The third Monday of January has got such a gloomy title because of a combination of post-Christmas blues, cold dark nights and the arrival of unpaid credit card bills.
According to the research, the point is not that it’s not the actual day that gets people down and makes them feel gloomy but just the shorter days and shortage of sunlight we have in January and throughout the winter months, says the Mental Health.
What is more, people will be hit with the credit card bills from their Christmas spending. And finally, the next bank holiday is not until 6 April. Oh, and families are warned to expect a 2012 “squeeze”, the Independent reports.
The University of Exeter and office environment consultancy Ambius estimate the associated ‘workplace malaise’ makes businesses to lose about £93 billion because of low productivity.
Besides, the study showed respondents twice as many people were likely to pull a sicky in winter compared to summer and 7 per cent of respondents felt less productive in winter, says the Metro.
Kenneth Freeman, international technical director for Ambius, said: “This year is going to be pretty tough. Staff well being and engagement is therefore vital to help businesses through these difficult trading conditions.”
The results of the research were counted by a special mathematical formula.
Weather (W), debt (d), the time since Christmas (T), time since failing our New Year’s resolutions (Q), love motivation levels (M) and the need to take action (N) are all factored into the equation.
As Tim Wade, head of marketing at Best Western Hotels (which carried out the survey), noticed there are plenty of ways out for those who are feeling down.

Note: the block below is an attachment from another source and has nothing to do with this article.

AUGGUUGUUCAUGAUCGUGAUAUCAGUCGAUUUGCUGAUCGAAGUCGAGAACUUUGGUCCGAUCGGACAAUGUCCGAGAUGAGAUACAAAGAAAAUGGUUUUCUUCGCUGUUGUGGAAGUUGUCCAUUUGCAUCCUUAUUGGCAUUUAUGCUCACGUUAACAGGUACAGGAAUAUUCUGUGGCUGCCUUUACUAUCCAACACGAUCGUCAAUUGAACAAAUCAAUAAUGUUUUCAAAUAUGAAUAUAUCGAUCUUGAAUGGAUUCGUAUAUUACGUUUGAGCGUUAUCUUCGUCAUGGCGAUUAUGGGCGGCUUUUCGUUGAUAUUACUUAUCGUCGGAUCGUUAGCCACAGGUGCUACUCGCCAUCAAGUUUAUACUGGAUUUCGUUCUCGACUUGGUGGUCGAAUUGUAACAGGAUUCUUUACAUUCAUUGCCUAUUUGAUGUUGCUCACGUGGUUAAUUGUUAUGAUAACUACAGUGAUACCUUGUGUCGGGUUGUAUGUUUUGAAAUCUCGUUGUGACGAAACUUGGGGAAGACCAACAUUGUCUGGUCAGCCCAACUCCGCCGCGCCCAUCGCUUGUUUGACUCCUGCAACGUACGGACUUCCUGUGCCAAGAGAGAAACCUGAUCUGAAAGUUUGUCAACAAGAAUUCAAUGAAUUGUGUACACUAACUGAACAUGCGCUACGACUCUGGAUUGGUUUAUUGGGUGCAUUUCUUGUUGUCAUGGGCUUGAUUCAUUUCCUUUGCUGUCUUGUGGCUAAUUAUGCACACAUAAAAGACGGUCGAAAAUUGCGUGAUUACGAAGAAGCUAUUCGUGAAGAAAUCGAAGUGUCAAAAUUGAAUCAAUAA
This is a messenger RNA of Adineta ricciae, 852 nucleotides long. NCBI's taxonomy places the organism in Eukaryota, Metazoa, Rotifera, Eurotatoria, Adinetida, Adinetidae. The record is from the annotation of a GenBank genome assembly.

“Hearing a partner say ‘I love you’ is more than enough to snap us out of it,” he said.
First of all, you should go for a walk once a day and try to get as much natural daylight as possible. Secondly, while working try to sit next to a window as this will help expose your body to the daily light levels it needs each day.
One piece of advice, provided by the organization, is to book a winter holiday somewhere to have a good rest and to enjoy yourselves.
Jonathan Cridland, Lumie CEO, exlained: “January can often feel like a struggle. Not only are we returning back to work after holiday, but we are also coping with the after-effects of Christmas. Tie this together with the dark winter days and lack of available light we receive and it’s no surprise that we are feeling low.”
Charity founder Eugenie Teasley said: “One of the simplest ways to lift your spirits is to do something for someone else. By baking and sharing with friends, family or colleagues, you can spread a little cheer and bolster your own mood too.”
Is today really the most depressing day of the year?! Dear readers, tell us your thoughts in comments below.